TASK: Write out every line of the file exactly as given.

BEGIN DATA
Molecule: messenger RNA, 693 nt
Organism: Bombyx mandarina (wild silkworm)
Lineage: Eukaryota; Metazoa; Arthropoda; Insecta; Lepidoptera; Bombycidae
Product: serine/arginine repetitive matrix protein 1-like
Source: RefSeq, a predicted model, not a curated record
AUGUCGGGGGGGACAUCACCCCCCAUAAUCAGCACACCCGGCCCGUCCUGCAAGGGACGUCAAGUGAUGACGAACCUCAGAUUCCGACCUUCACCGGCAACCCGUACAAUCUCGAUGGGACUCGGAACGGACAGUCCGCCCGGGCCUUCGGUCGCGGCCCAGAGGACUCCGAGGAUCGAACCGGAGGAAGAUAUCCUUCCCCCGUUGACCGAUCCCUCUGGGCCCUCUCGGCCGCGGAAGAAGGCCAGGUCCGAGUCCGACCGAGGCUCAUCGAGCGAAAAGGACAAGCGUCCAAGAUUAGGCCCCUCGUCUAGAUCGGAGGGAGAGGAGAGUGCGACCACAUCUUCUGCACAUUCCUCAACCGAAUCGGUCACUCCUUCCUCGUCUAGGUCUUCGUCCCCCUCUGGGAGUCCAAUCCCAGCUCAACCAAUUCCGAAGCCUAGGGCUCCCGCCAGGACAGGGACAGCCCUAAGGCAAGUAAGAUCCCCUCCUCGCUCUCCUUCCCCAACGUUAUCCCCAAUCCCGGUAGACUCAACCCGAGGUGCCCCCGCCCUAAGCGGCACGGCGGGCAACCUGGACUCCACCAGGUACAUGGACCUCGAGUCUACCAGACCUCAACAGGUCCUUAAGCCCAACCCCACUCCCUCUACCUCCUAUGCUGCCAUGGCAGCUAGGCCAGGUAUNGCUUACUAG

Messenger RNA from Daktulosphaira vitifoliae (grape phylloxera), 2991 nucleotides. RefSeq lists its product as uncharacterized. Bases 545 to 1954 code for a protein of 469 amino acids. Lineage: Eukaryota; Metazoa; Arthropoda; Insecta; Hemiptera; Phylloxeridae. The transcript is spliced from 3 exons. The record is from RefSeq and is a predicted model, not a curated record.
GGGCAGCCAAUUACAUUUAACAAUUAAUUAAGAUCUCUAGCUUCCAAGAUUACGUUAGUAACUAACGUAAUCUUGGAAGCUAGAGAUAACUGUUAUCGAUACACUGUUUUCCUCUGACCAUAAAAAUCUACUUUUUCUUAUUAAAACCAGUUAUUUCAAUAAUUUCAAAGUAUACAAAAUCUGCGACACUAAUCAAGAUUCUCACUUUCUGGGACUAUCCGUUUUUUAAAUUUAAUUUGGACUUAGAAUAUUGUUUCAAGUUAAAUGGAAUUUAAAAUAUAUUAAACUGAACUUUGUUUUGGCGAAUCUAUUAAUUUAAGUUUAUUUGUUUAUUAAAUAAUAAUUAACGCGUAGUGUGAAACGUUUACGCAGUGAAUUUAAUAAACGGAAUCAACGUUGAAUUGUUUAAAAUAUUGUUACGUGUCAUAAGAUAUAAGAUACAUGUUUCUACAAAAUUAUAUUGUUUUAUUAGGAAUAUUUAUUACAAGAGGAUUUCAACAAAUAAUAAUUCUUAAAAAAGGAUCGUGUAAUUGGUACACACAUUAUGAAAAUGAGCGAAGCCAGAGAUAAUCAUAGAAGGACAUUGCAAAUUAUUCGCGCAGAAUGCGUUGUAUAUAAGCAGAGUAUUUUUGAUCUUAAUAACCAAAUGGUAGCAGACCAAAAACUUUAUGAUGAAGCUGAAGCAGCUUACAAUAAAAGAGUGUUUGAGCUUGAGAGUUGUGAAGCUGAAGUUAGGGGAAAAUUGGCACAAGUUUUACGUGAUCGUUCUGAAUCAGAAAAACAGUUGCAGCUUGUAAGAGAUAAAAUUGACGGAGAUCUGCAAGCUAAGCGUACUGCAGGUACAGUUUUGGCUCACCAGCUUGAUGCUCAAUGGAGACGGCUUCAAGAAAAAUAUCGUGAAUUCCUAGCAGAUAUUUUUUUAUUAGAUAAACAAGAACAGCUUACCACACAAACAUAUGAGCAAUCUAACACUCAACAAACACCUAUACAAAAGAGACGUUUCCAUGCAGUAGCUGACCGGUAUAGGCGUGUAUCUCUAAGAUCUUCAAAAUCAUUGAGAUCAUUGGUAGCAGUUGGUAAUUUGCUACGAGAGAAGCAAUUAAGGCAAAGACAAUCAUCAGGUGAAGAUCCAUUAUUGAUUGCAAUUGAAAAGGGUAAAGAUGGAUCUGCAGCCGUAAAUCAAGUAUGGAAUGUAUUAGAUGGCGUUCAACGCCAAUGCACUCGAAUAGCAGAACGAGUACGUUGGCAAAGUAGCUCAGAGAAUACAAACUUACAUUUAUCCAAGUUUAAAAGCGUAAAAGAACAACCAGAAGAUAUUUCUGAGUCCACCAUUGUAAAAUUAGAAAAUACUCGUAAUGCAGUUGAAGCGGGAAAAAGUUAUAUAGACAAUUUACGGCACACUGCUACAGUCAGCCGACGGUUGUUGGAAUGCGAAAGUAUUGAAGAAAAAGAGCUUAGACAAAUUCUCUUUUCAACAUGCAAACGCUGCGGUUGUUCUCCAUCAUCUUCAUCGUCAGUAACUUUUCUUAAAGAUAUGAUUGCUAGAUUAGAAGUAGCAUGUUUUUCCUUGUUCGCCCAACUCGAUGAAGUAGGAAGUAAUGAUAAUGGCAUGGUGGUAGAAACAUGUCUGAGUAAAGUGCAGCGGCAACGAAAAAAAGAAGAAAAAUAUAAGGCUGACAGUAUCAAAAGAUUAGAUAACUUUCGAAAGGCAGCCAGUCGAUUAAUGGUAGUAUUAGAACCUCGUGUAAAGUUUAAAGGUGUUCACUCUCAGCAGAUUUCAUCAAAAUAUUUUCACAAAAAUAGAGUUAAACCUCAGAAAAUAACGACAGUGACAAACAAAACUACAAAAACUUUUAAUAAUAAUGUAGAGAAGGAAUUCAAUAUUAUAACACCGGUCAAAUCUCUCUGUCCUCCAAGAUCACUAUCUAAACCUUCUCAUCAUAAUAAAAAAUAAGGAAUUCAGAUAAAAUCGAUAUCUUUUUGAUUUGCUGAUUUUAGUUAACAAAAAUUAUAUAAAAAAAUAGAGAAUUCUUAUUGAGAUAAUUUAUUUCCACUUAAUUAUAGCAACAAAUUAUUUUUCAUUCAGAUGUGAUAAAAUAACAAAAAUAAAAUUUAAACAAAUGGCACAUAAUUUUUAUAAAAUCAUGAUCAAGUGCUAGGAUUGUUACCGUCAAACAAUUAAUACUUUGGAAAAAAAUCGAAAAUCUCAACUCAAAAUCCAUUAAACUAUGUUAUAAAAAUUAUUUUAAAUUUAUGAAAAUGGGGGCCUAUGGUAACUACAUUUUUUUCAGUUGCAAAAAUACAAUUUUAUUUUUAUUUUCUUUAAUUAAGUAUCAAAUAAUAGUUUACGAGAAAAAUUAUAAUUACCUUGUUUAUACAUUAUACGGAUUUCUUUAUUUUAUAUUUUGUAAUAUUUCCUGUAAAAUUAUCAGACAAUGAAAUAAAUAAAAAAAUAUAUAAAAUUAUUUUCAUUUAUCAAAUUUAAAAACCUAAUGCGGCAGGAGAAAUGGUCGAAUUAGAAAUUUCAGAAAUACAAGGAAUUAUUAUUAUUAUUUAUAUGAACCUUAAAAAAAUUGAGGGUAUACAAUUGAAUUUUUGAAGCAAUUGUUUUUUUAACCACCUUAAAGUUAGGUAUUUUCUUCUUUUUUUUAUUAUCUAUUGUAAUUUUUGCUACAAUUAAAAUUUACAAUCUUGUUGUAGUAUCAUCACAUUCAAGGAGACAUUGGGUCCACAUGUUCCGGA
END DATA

Molecule: messenger RNA, 693 nt
Organism: Bombyx mandarina (wild silkworm)
Lineage: Eukaryota; Metazoa; Arthropoda; Insecta; Lepidoptera; Bombycidae
Product: serine/arginine repetitive matrix protein 1-like
Source: RefSeq, a predicted model, not a curated record
AUGUCGGGGGGGACAUCACCCCCCAUAAUCAGCACACCCGGCCCGUCCUGCAAGGGACGUCAAGUGAUGACGAACCUCAGAUUCCGACCUUCACCGGCAACCCGUACAAUCUCGAUGGGACUCGGAACGGACAGUCCGCCCGGGCCUUCGGUCGCGGCCCAGAGGACUCCGAGGAUCGAACCGGAGGAAGAUAUCCUUCCCCCGUUGACCGAUCCCUCUGGGCCCUCUCGGCCGCGGAAGAAGGCCAGGUCCGAGUCCGACCGAGGCUCAUCGAGCGAAAAGGACAAGCGUCCAAGAUUAGGCCCCUCGUCUAGAUCGGAGGGAGAGGAGAGUGCGACCACAUCUUCUGCACAUUCCUCAACCGAAUCGGUCACUCCUUCCUCGUCUAGGUCUUCGUCCCCCUCUGGGAGUCCAAUCCCAGCUCAACCAAUUCCGAAGCCUAGGGCUCCCGCCAGGACAGGGACAGCCCUAAGGCAAGUAAGAUCCCCUCCUCGCUCUCCUUCCCCAACGUUAUCCCCAAUCCCGGUAGACUCAACCCGAGGUGCCCCCGCCCUAAGCGGCACGGCGGGCAACCUGGACUCCACCAGGUACAUGGACCUCGAGUCUACCAGACCUCAACAGGUCCUUAAGCCCAACCCCACUCCCUCUACCUCCUAUGCUGCCAUGGCAGCUAGGCCAGGUAUNGCUUACUAG

Messenger RNA from Daktulosphaira vitifoliae (grape phylloxera), 2991 nucleotides. RefSeq lists its product as uncharacterized. Bases 545 to 1954 code for a protein of 469 amino acids. Lineage: Eukaryota; Metazoa; Arthropoda; Insecta; Hemiptera; Phylloxeridae. The transcript is spliced from 3 exons. The record is from RefSeq and is a predicted model, not a curated record.
GGGCAGCCAAUUACAUUUAACAAUUAAUUAAGAUCUCUAGCUUCCAAGAUUACGUUAGUAACUAACGUAAUCUUGGAAGCUAGAGAUAACUGUUAUCGAUACACUGUUUUCCUCUGACCAUAAAAAUCUACUUUUUCUUAUUAAAACCAGUUAUUUCAAUAAUUUCAAAGUAUACAAAAUCUGCGACACUAAUCAAGAUUCUCACUUUCUGGGACUAUCCGUUUUUUAAAUUUAAUUUGGACUUAGAAUAUUGUUUCAAGUUAAAUGGAAUUUAAAAUAUAUUAAACUGAACUUUGUUUUGGCGAAUCUAUUAAUUUAAGUUUAUUUGUUUAUUAAAUAAUAAUUAACGCGUAGUGUGAAACGUUUACGCAGUGAAUUUAAUAAACGGAAUCAACGUUGAAUUGUUUAAAAUAUUGUUACGUGUCAUAAGAUAUAAGAUACAUGUUUCUACAAAAUUAUAUUGUUUUAUUAGGAAUAUUUAUUACAAGAGGAUUUCAACAAAUAAUAAUUCUUAAAAAAGGAUCGUGUAAUUGGUACACACAUUAUGAAAAUGAGCGAAGCCAGAGAUAAUCAUAGAAGGACAUUGCAAAUUAUUCGCGCAGAAUGCGUUGUAUAUAAGCAGAGUAUUUUUGAUCUUAAUAACCAAAUGGUAGCAGACCAAAAACUUUAUGAUGAAGCUGAAGCAGCUUACAAUAAAAGAGUGUUUGAGCUUGAGAGUUGUGAAGCUGAAGUUAGGGGAAAAUUGGCACAAGUUUUACGUGAUCGUUCUGAAUCAGAAAAACAGUUGCAGCUUGUAAGAGAUAAAAUUGACGGAGAUCUGCAAGCUAAGCGUACUGCAGGUACAGUUUUGGCUCACCAGCUUGAUGCUCAAUGGAGACGGCUUCAAGAAAAAUAUCGUGAAUUCCUAGCAGAUAUUUUUUUAUUAGAUAAACAAGAACAGCUUACCACACAAACAUAUGAGCAAUCUAACACUCAACAAACACCUAUACAAAAGAGACGUUUCCAUGCAGUAGCUGACCGGUAUAGGCGUGUAUCUCUAAGAUCUUCAAAAUCAUUGAGAUCAUUGGUAGCAGUUGGUAAUUUGCUACGAGAGAAGCAAUUAAGGCAAAGACAAUCAUCAGGUGAAGAUCCAUUAUUGAUUGCAAUUGAAAAGGGUAAAGAUGGAUCUGCAGCCGUAAAUCAAGUAUGGAAUGUAUUAGAUGGCGUUCAACGCCAAUGCACUCGAAUAGCAGAACGAGUACGUUGGCAAAGUAGCUCAGAGAAUACAAACUUACAUUUAUCCAAGUUUAAAAGCGUAAAAGAACAACCAGAAGAUAUUUCUGAGUCCACCAUUGUAAAAUUAGAAAAUACUCGUAAUGCAGUUGAAGCGGGAAAAAGUUAUAUAGACAAUUUACGGCACACUGCUACAGUCAGCCGACGGUUGUUGGAAUGCGAAAGUAUUGAAGAAAAAGAGCUUAGACAAAUUCUCUUUUCAACAUGCAAACGCUGCGGUUGUUCUCCAUCAUCUUCAUCGUCAGUAACUUUUCUUAAAGAUAUGAUUGCUAGAUUAGAAGUAGCAUGUUUUUCCUUGUUCGCCCAACUCGAUGAAGUAGGAAGUAAUGAUAAUGGCAUGGUGGUAGAAACAUGUCUGAGUAAAGUGCAGCGGCAACGAAAAAAAGAAGAAAAAUAUAAGGCUGACAGUAUCAAAAGAUUAGAUAACUUUCGAAAGGCAGCCAGUCGAUUAAUGGUAGUAUUAGAACCUCGUGUAAAGUUUAAAGGUGUUCACUCUCAGCAGAUUUCAUCAAAAUAUUUUCACAAAAAUAGAGUUAAACCUCAGAAAAUAACGACAGUGACAAACAAAACUACAAAAACUUUUAAUAAUAAUGUAGAGAAGGAAUUCAAUAUUAUAACACCGGUCAAAUCUCUCUGUCCUCCAAGAUCACUAUCUAAACCUUCUCAUCAUAAUAAAAAAUAAGGAAUUCAGAUAAAAUCGAUAUCUUUUUGAUUUGCUGAUUUUAGUUAACAAAAAUUAUAUAAAAAAAUAGAGAAUUCUUAUUGAGAUAAUUUAUUUCCACUUAAUUAUAGCAACAAAUUAUUUUUCAUUCAGAUGUGAUAAAAUAACAAAAAUAAAAUUUAAACAAAUGGCACAUAAUUUUUAUAAAAUCAUGAUCAAGUGCUAGGAUUGUUACCGUCAAACAAUUAAUACUUUGGAAAAAAAUCGAAAAUCUCAACUCAAAAUCCAUUAAACUAUGUUAUAAAAAUUAUUUUAAAUUUAUGAAAAUGGGGGCCUAUGGUAACUACAUUUUUUUCAGUUGCAAAAAUACAAUUUUAUUUUUAUUUUCUUUAAUUAAGUAUCAAAUAAUAGUUUACGAGAAAAAUUAUAAUUACCUUGUUUAUACAUUAUACGGAUUUCUUUAUUUUAUAUUUUGUAAUAUUUCCUGUAAAAUUAUCAGACAAUGAAAUAAAUAAAAAAAUAUAUAAAAUUAUUUUCAUUUAUCAAAUUUAAAAACCUAAUGCGGCAGGAGAAAUGGUCGAAUUAGAAAUUUCAGAAAUACAAGGAAUUAUUAUUAUUAUUUAUAUGAACCUUAAAAAAAUUGAGGGUAUACAAUUGAAUUUUUGAAGCAAUUGUUUUUUUAACCACCUUAAAGUUAGGUAUUUUCUUCUUUUUUUUAUUAUCUAUUGUAAUUUUUGCUACAAUUAAAAUUUACAAUCUUGUUGUAGUAUCAUCACAUUCAAGGAGACAUUGGGUCCACAUGUUCCGGA